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A cluster-randomized evaluation of an intervention to increase skilled birth attendant utilization in mid- and far-western Nepal

Journal article
Authors Bishnu Choulagai
S. Onta
N. Subedi
D. N. Bhatta
B. Shrestha
Max Petzold
Alexandra Krettek
Published in Health Policy and Planning
Volume 32
Issue 8
Pages 1092-1101
ISSN 0268-1080
Publication year 2017
Published at Institute of Medicine, Department of Internal Medicine and Clinical Nutrition
Institute of Medicine, Department of Public Health and Community Medicine, Health Metrics
Pages 1092-1101
Language en
Links https://doi.org/10.1093/heapol/czx0...
Keywords Cluster randomized controlled trial, maternal health, newborn health, skilled birth attendant, controlled-trial, health, determinants, bangladesh, services, Health Care Sciences & Services
Subject categories Health Care Service and Management, Health Policy and Services and Health Economy, Nursing

Abstract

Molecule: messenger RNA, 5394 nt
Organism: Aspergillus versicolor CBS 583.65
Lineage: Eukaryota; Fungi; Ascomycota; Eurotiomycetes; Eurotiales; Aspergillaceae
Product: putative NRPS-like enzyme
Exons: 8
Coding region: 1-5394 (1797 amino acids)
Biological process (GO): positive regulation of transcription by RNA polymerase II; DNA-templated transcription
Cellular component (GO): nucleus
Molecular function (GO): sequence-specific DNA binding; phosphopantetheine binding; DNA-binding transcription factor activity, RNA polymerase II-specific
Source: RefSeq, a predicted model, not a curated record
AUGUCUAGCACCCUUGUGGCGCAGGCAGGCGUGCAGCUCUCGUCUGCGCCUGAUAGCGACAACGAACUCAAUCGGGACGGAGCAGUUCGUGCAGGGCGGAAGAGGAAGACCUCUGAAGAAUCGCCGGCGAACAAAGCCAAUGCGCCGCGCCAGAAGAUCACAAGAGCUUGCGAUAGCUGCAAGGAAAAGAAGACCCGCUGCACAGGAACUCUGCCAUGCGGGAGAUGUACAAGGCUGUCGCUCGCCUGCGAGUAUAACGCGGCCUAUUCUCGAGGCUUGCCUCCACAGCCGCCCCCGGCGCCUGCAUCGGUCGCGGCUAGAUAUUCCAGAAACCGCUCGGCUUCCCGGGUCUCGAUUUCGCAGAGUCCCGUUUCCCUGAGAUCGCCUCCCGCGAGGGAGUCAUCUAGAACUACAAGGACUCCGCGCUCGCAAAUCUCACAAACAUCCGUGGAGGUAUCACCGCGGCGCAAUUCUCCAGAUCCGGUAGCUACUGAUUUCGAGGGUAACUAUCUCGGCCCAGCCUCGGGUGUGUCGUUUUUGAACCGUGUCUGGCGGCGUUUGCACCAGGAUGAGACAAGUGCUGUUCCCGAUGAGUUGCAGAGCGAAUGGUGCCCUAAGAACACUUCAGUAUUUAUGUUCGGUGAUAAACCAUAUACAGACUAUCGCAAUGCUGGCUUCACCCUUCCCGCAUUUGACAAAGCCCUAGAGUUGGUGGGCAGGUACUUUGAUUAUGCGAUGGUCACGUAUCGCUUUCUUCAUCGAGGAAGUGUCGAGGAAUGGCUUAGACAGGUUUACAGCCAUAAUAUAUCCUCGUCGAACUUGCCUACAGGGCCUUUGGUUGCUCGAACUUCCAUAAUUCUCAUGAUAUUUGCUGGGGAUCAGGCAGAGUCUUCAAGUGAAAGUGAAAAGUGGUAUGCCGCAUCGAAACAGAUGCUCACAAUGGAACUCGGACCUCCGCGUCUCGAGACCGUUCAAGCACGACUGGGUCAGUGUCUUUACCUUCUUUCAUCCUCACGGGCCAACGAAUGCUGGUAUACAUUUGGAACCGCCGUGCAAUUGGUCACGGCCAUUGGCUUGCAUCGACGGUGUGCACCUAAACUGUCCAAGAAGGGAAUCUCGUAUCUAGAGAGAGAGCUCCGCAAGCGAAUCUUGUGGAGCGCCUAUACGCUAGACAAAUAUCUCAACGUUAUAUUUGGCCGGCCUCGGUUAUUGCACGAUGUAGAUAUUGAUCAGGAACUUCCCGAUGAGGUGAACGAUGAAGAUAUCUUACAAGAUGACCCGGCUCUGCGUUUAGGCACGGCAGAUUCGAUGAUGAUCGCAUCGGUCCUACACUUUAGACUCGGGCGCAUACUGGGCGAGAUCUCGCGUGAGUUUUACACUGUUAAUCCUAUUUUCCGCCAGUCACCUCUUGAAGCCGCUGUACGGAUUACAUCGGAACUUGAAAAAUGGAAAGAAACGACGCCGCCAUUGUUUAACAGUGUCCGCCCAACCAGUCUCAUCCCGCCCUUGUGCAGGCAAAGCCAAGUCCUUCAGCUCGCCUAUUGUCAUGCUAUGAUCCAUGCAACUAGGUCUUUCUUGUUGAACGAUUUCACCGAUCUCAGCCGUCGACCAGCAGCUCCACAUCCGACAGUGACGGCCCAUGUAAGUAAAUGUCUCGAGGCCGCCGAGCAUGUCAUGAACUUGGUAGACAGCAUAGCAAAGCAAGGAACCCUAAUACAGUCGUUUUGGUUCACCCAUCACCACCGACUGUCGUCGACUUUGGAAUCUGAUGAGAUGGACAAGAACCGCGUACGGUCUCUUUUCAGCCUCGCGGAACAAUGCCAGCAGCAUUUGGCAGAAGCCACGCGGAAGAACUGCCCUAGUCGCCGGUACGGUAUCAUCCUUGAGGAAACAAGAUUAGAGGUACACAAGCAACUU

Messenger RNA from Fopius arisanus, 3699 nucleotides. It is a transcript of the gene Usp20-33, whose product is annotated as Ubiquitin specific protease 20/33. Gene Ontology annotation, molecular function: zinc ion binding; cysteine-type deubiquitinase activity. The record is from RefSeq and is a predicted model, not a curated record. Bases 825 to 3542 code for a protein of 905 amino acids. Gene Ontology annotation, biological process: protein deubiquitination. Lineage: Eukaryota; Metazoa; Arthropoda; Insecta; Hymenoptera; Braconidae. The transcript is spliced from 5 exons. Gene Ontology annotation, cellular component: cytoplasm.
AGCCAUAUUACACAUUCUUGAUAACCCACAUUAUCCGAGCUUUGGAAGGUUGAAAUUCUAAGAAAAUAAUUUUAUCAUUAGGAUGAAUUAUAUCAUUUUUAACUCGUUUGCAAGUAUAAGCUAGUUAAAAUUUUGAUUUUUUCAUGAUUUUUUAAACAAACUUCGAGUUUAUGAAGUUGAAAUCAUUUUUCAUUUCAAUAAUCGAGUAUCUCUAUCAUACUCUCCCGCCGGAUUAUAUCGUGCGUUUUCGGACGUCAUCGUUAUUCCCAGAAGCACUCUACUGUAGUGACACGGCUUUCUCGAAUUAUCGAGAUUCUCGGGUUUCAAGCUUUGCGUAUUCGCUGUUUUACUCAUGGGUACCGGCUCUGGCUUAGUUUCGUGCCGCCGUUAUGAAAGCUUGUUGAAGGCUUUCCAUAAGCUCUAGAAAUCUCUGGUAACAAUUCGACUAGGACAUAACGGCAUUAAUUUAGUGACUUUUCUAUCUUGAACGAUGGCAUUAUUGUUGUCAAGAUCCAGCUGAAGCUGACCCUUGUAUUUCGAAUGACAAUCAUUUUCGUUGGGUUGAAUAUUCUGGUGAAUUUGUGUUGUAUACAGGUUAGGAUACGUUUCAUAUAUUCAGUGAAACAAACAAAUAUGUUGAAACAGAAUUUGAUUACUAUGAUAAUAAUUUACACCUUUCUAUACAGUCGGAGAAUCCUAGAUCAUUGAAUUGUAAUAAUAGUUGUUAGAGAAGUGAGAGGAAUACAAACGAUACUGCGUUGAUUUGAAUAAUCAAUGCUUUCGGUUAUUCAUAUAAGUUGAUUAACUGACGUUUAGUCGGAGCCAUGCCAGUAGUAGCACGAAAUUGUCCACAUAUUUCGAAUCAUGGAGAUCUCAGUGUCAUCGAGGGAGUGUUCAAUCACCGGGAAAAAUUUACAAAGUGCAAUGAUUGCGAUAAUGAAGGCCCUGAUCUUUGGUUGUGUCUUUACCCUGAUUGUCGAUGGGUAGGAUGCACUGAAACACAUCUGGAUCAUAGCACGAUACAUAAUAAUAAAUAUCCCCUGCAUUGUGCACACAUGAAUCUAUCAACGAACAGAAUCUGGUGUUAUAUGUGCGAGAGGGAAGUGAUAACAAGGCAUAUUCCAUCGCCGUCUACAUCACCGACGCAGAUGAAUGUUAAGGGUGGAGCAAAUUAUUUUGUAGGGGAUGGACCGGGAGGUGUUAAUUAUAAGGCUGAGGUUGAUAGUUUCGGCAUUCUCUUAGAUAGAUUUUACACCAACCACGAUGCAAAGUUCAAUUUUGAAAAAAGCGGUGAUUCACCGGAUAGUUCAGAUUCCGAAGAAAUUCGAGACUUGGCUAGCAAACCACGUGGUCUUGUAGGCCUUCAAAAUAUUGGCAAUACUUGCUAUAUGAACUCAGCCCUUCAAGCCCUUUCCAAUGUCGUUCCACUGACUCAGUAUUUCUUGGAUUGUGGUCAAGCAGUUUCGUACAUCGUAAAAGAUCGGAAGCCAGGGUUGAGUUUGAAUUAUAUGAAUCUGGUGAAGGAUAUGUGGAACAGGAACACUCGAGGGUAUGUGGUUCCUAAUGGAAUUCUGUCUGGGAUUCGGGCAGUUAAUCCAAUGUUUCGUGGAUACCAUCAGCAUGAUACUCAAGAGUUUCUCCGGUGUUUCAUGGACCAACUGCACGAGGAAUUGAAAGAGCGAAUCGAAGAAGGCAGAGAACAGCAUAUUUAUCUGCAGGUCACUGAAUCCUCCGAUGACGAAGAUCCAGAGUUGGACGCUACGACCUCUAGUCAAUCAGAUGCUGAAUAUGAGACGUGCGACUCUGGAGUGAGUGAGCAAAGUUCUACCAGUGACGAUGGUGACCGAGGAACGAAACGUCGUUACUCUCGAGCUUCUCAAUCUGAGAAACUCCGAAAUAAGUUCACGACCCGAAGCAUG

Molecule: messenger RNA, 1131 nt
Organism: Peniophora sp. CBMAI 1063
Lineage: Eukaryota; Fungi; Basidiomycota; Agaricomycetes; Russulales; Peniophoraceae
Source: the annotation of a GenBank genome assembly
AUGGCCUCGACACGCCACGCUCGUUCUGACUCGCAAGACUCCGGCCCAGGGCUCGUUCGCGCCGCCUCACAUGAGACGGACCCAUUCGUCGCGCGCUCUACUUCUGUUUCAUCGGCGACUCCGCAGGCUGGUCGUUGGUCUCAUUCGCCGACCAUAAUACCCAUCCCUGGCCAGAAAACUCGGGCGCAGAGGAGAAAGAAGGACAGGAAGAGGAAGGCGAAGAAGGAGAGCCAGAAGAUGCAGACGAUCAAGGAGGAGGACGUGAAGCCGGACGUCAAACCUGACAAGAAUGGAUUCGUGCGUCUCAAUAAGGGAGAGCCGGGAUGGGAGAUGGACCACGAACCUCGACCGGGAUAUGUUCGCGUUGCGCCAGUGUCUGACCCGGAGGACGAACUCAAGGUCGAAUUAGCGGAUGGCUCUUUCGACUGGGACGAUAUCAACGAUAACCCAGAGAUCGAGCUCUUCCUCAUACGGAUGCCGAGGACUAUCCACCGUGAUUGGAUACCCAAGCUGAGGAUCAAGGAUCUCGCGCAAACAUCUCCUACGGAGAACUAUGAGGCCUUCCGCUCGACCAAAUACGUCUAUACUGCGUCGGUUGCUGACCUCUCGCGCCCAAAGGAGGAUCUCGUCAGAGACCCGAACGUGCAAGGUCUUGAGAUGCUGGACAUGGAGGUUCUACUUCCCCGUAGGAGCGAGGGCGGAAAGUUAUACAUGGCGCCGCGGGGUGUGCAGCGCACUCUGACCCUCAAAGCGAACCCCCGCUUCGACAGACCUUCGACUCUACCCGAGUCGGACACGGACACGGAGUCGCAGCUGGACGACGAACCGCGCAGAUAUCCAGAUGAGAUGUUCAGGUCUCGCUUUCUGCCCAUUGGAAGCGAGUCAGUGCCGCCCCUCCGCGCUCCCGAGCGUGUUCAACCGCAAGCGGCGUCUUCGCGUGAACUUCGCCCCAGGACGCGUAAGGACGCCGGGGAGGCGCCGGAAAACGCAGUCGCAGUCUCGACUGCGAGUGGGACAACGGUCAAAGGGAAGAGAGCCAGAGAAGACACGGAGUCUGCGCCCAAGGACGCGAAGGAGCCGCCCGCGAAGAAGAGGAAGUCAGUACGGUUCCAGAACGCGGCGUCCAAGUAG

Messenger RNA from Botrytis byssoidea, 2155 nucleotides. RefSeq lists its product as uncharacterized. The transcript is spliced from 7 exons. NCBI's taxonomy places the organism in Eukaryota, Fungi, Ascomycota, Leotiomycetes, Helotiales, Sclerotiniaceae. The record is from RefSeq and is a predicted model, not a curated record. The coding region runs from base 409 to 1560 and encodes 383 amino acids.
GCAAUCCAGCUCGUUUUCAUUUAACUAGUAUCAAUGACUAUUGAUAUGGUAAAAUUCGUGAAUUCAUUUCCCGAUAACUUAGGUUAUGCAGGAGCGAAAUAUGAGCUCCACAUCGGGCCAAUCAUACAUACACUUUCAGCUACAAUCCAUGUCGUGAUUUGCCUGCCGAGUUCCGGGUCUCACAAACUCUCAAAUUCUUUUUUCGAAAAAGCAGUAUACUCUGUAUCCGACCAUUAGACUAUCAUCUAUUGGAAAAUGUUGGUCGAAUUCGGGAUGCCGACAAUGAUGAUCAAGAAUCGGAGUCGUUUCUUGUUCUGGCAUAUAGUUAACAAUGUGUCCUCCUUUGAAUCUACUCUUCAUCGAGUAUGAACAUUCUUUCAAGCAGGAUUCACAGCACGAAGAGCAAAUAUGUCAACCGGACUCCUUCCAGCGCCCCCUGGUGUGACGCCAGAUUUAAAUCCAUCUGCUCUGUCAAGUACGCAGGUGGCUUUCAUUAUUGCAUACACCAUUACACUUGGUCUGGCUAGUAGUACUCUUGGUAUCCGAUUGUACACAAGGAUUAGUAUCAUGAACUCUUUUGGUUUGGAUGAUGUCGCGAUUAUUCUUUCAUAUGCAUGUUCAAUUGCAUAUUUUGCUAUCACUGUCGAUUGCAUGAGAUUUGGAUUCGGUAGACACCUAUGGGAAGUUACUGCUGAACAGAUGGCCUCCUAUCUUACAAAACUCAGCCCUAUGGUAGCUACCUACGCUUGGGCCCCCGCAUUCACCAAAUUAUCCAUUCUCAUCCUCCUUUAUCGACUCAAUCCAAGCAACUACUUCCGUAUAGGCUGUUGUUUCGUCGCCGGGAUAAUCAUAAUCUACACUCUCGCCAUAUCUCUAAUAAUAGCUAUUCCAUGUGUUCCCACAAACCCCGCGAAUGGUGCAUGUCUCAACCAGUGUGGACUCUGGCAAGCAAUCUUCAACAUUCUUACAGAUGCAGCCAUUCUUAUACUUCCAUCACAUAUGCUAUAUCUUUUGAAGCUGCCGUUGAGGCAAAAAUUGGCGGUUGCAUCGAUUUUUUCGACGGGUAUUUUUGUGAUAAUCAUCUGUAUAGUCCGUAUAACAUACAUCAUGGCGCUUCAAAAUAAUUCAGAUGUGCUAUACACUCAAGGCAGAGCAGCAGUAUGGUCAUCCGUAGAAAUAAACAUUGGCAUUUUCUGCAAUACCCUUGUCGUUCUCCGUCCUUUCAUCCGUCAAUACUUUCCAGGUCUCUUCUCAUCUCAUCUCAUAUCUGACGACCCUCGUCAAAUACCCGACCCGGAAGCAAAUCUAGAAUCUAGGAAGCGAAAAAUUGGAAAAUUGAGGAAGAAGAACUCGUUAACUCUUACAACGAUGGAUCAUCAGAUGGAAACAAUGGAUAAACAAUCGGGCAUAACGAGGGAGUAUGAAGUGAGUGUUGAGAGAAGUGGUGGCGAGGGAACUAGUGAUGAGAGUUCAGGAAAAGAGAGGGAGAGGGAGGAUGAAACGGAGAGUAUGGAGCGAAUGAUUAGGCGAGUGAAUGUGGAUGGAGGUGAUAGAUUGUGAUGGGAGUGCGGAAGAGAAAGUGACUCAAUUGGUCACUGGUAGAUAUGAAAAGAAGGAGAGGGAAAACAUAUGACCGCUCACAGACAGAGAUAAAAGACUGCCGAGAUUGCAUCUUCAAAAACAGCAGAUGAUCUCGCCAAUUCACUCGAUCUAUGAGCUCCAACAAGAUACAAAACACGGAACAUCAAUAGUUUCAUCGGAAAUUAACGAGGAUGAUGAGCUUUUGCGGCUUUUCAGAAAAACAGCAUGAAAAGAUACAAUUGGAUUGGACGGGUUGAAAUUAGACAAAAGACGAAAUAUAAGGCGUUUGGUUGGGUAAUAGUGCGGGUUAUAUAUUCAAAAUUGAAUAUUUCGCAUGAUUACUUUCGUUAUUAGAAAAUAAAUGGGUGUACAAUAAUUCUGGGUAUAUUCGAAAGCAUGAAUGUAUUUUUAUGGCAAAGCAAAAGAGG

Skilled birth attendant (SBA) utilization is low in remote and rural areas of Nepal. We designed and implemented an evaluation to assess the effectiveness of a five-component intervention that addressed previously identified barriers to SBA services in mid- and far-western Nepal. We randomly and equally allocated 36 village development committees with low SBA utilization among 1-year intervention and control groups. The eligible participants for the survey were women that had delivered a baby within the past 12 months preceding the survey. Implementation was administered by trained health volunteers, youth groups, mothers' groups and health facility management committee members. Post-intervention, we used difference-in-differences and mixed-effects regression models to assess and analyse any increase in the utilization of skilled birth care and antenatal care (ANC) services. All analyses were done by intention to treat. Our trial registration number was ISRCTN78892490 (http://www.isrctn.com/ISRCTN78892490). Interviewees included 1746 and 2098 eligible women in the intervention and control groups, respectively. The 1-year intervention was effective in increasing the use of skilled birth care services (OR = 1.57; CI 1.19-2.08); however, the intervention had no effect on the utilization of ANC services. Expanding the intervention with modifications, e.g. mobilizing more active and stable community groups, ensuring adequate human resources and improving quality of services as well as longer or repeated interventions will help achieve greater effect in increasing the utilization of SBA.

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